Researchers wondering how bone is resorbed have a new toolin a genetically altered mouse whose cultured cells canproliferate continuously, then be coaxed to form mature bone-absorbing osteoclasts for study.
The resulting osteoclasts appear to be 50 to 300 times moreefficient in absorbing bone than previous cell lines. Boneresorbtion is important in osteoporosis, a weakening,progressive condition. Resorbtion occurs naturally duringgrowth as new bone is continually sculpted by sets of cells thatdissolve or secrete bone scaffolding.
The development, by Mark Noble and fellow scientists at St.George's Hospital Medical School and The Ludwig Institute forCancer Research in London, is reported in the current edition ofthe Proceedings of the National Academy of Sciences.
The scientists made transgenic laboratory mice with an"immortalizing" gene from simian virus 40, linked to promoter"switch" from the mouse major histocompatibility complex thatis turned on by gamma interferon.
The immortalizing gene, which allows the mouse cells to growfor untold generations in cell culture, functions in the presenceof gamma interferon at the relatively low body temperature of33 degrees Celsius, but not at a more toasty 39.5 degrees.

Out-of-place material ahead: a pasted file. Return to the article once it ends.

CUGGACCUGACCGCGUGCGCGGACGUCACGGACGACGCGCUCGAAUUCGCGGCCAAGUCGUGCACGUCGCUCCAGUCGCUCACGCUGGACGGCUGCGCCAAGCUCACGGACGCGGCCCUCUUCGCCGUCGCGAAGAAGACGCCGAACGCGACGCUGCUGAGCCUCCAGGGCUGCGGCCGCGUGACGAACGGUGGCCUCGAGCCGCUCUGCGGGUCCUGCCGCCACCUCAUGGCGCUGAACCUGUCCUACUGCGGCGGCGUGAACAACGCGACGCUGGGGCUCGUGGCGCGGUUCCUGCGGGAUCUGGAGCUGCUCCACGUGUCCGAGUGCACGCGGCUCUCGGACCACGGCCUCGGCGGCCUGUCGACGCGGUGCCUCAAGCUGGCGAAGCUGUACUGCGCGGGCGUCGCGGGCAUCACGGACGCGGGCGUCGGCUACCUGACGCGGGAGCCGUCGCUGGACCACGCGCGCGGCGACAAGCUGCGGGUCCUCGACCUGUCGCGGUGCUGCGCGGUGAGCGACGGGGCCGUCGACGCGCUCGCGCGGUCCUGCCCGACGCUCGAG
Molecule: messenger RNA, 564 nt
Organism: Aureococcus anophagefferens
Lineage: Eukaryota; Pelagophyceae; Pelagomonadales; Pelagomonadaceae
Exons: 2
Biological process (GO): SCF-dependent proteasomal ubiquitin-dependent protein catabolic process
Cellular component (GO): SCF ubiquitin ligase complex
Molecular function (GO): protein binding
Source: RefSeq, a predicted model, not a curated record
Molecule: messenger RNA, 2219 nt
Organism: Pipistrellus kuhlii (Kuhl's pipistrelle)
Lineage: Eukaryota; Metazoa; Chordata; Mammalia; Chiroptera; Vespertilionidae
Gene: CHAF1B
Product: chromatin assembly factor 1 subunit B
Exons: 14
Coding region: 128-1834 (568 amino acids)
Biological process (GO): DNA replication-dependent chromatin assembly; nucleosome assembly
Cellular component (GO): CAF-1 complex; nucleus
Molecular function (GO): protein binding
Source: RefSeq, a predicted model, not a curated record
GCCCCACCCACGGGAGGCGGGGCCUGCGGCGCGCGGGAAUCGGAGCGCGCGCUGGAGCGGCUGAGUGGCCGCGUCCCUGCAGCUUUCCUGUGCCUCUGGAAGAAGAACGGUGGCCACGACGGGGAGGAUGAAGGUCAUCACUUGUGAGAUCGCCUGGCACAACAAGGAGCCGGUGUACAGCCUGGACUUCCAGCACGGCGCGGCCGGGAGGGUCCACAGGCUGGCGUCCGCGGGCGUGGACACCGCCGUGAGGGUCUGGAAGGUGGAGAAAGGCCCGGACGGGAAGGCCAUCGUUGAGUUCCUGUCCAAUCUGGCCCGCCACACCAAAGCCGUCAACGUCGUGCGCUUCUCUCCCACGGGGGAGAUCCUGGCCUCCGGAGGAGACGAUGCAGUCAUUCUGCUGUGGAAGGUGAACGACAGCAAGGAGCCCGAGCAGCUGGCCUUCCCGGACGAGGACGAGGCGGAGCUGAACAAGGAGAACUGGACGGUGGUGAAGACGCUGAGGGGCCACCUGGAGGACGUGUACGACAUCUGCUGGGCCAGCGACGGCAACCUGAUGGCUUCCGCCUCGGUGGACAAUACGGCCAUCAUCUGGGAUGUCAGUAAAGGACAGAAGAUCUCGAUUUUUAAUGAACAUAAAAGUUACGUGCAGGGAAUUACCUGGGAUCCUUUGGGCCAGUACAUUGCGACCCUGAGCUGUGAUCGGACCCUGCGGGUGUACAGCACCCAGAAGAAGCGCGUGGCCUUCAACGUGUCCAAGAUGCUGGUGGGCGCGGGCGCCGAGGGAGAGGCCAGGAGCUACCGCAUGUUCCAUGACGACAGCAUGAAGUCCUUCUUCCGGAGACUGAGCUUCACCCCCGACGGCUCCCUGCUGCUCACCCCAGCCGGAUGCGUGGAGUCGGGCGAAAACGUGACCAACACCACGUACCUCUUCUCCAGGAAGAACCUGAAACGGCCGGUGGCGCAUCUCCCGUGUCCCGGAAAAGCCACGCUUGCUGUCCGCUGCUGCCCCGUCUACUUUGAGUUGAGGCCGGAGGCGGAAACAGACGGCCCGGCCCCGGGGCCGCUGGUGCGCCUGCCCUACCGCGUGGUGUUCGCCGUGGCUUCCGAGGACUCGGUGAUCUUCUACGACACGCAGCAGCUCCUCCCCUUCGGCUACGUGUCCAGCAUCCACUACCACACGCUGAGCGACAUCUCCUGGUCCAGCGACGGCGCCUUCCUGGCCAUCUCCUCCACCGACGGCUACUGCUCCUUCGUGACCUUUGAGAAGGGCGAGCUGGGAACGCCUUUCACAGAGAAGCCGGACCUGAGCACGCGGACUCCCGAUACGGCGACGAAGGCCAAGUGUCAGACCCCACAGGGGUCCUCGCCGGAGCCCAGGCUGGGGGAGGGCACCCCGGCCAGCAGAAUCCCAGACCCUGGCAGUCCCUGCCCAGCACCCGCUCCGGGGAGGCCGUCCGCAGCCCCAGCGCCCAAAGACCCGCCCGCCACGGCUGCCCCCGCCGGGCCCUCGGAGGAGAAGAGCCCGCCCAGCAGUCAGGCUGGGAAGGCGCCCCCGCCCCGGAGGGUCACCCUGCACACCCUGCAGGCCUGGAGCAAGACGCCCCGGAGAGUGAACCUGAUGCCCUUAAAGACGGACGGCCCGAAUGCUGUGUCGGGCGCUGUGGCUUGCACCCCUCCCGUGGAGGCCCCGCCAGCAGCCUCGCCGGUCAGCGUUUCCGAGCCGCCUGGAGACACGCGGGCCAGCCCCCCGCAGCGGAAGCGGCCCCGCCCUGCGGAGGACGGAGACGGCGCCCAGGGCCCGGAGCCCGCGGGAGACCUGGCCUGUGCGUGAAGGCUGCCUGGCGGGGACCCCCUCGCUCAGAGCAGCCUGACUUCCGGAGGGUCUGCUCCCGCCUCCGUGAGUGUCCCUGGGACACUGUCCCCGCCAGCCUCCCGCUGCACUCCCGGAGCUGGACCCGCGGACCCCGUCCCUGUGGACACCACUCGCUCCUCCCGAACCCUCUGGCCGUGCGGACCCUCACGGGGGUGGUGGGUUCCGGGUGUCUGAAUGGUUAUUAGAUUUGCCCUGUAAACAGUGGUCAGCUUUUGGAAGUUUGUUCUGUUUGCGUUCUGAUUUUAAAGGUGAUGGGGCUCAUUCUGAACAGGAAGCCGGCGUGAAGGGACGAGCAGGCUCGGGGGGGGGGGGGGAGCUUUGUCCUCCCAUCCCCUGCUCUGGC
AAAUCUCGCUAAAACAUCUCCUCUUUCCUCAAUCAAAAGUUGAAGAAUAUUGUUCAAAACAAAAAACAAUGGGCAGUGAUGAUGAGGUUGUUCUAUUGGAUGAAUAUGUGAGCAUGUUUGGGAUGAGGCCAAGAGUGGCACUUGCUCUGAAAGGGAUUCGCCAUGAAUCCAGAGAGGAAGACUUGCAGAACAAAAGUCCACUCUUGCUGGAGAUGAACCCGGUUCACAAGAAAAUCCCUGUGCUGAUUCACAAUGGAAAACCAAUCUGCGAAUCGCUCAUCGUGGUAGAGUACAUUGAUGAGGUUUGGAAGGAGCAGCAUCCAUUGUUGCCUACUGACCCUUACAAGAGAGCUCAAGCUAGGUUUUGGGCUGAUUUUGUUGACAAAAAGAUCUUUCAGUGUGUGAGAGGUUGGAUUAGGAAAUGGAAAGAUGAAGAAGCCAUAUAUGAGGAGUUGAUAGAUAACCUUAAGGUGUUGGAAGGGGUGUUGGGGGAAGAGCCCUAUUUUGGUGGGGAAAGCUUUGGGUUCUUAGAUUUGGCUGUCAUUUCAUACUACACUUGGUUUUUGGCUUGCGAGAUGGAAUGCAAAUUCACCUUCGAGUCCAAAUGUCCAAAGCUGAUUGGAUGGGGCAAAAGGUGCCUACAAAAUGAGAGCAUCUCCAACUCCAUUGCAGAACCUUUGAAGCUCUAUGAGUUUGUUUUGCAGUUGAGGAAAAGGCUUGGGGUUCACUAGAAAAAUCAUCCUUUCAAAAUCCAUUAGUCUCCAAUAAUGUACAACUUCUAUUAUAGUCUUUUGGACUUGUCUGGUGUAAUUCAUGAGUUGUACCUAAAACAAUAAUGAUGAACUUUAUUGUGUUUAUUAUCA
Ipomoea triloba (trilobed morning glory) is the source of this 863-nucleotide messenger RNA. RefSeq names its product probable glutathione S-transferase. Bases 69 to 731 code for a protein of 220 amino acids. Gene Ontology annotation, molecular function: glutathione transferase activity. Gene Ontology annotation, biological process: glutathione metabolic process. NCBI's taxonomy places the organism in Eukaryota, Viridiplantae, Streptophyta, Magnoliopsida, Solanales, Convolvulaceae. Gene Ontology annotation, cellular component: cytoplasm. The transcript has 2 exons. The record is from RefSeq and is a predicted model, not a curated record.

Since the precursors of bone-absorbing osteoclasts are rare, thescientists used the mice to establish cultures of bone marrowstromal cells with a "high and sustained" capacity to inducestem cells into becoming mature osteoclasts.
The team also exposed the stem cells to M-CSF (macrophagecolony stimulating factor), supplied by Genetics Institute Inc. ofCambridge, Mass., which predisposes these early-stage bloodcells to become osteoclasts or macrophages.
"Our results suggest that the cell lines we have generatedconsist of precursors that are not yet committed betweenosteoclasts and macrophages," the authors wrote. The scientistsadvise that the undifferentiated cells could be studied to learnwhat unknown signals cause development of the osteoclastitself.
They also concluded that the mouse might be a handy way ofdeveloping cell lines that can produce other rare cell types.
-- Nancy Garcia Associate Editor
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